Six years ago this month, Malaysia was plunged into its greatest political and social upheaval since the riots of the late 1960s. Now, that saga's closing chapter has apparently been written.
Whether by intent or serendipity, Malaysian authorities released from prison former Deputy Prime Minister Anwar Ibrahim exactly six years to the day he was sacked from the Cabinet, giving an almost poetic end to one of the most engrossing dramas in recent Malaysian history.
And what a drama it has been. At the height of the Asian financial crisis in the late 1990s, Malaysia found itself in the midst of a political crisis somewhat similar to the one taking place then in neighboring Indonesia. Indeed, the events unfolding in Indonesia leading to the downfall of Soeharto were the main inspiration for the Malaysian reformasi movement.
But the course of history then diverged widely in the two countries. Instead of biting the dust, Malaysia's strongman Mahathir went on to crush his opponents, put them in jail and lead the country for another five years -- all against the background of conspiracy theories, sodomy trials, DNA tests on mattresses, police-inflicted black eyes and other shenanigans that made Malaysians take to the streets in unprecedented protests and also earned the country instant notoriety around the world.
Yet in less than a week, Anwar's sodomy conviction has been overturned and judges are even now considering his appeal against his conviction for corruption. Should they also overturn that conviction, nothing will stand in the way of Anwar's return to politics.
Will he or will he not go back to politics -- that is the inevitable hot topic of the moment. But really, the more important question may be, what does this last week mean for Malaysia?
If there is one thing the recent events have proved, it is that Malaysia is definitely changing -- and it would seem for the better. The attention may currently be focused on Anwar, but when the dust settles it will reveal a Malaysia that is evolving in very interesting directions.
Most of this new momentum for change must be credited to incumbent Prime Minister Abdullah Badawi. Many observers had initially written off the soft-spoken and gentlemanly Pak Lah as "weak" or merely a puppet of Mahathir. But in the year since he took over from the longest-serving leader in Southeast Asia, Pak Lah has asserted himself quietly, but confidently, and has shown that he is more than capable of living up to the task. In this, he has been helped by a strong mandate, buoyed by a landslide victory in the general elections in March and an easy win in a recent by-election in opposition heartland.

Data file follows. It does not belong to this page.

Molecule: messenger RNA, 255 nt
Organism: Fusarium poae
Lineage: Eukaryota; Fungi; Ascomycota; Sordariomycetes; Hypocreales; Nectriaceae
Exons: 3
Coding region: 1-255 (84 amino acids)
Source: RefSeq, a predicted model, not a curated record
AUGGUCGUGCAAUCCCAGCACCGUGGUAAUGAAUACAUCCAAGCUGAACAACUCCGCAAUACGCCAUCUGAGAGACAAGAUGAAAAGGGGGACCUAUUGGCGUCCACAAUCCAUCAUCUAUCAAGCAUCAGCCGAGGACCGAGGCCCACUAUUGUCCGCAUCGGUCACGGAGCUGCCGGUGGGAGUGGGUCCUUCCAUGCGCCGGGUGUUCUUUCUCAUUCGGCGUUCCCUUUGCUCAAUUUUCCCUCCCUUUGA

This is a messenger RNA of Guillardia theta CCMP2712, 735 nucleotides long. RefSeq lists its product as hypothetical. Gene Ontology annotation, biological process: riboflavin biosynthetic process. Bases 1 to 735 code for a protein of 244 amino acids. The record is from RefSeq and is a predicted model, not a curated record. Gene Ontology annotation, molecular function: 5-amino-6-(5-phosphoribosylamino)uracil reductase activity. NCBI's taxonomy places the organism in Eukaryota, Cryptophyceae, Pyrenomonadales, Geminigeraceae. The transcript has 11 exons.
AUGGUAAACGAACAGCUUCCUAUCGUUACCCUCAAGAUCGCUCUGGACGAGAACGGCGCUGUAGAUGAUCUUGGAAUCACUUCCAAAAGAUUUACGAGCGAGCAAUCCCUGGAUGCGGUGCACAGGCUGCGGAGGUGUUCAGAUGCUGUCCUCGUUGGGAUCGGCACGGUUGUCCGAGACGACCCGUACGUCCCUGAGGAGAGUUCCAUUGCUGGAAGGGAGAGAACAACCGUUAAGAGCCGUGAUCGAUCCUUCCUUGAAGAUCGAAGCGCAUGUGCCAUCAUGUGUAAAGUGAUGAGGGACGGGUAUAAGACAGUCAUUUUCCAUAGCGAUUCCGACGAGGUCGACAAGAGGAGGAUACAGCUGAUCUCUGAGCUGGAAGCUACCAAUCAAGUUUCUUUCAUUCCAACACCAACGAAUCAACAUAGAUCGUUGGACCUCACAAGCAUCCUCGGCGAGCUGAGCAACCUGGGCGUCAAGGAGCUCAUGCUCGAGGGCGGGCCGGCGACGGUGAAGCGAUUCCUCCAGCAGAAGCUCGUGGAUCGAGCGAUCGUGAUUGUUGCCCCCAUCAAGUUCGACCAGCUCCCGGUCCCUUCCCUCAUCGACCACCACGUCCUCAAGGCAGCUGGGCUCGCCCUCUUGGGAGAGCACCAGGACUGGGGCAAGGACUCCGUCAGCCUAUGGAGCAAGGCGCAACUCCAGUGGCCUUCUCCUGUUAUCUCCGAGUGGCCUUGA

Pak Lah campaigned on a promise to root out corruption, and while there have been complaints that this promise has yet to be fully fulfilled, there has also been some nascent evidence of reform. Without shouting out slogans against Corruption, Collusion and Nepotism from the tops of mosques and the streets of KL, the new administration has moved to tackle corruption in some very tangible ways, including trying for corruption a high-profile businessman who had remained untouchable previously.
The release of Anwar Ibrahim will serve to ring the changes even more firmly and remind people that Pak Lah's style of government is very different from the previous administration: Notwithstanding his great vision for Malaysia and his ability to pull off numerous hat tricks in the face of intense criticism and derision, there can be no doubt that Mahathir was an authoritarian figure who had no qualms about emasculating the judiciary and ruthlessly quashing the inconvenient opposition.
What with going after the big cronies of the old days, allowing the judiciary to once again function independently of the government, and releasing the "public enemy number one" of the last administration, Pak Lah is now effectively distancing himself from that legacy.
It appears that Pak Lah's arrival on the scene will help correct some of the excesses and imbalances of the past and even make some reformist headway into the future. A "kinder, gentler Malaysia" may be in the making. In pushing such an agenda, Pak Lah may well rob Anwar of his most valuable political ammunition -- that of being able to cast himself in the role as the only reformist hope for Malaysia.
As we have seen in the last few days, Anwar is still able to draw out thousands of well-wishers and supporters and command international media attention. But whether this goodwill automatically translates into votes at the ballot boxes remains to be seen -- his own party has not done particularly well in the last few years. If the government continues on its current course of gradual but tangible change, this will probably go down very well with Malaysia's largely middle-class population.
With the economy booming once again, people are even more unlikely to want to rock the boat. Pak Lah may thus have found a winning formula here -- after all, Malaysia has never really shown much penchant for violent change and upheaval.
Amidst the new political realities in Malaysia, Anwar may well have to go back to the drawing board e fits in, if he is seriously contemplating a return to the political fray.
The writer is a Malaysian freelance journalist.
Parent site: "Focus on Malaysia"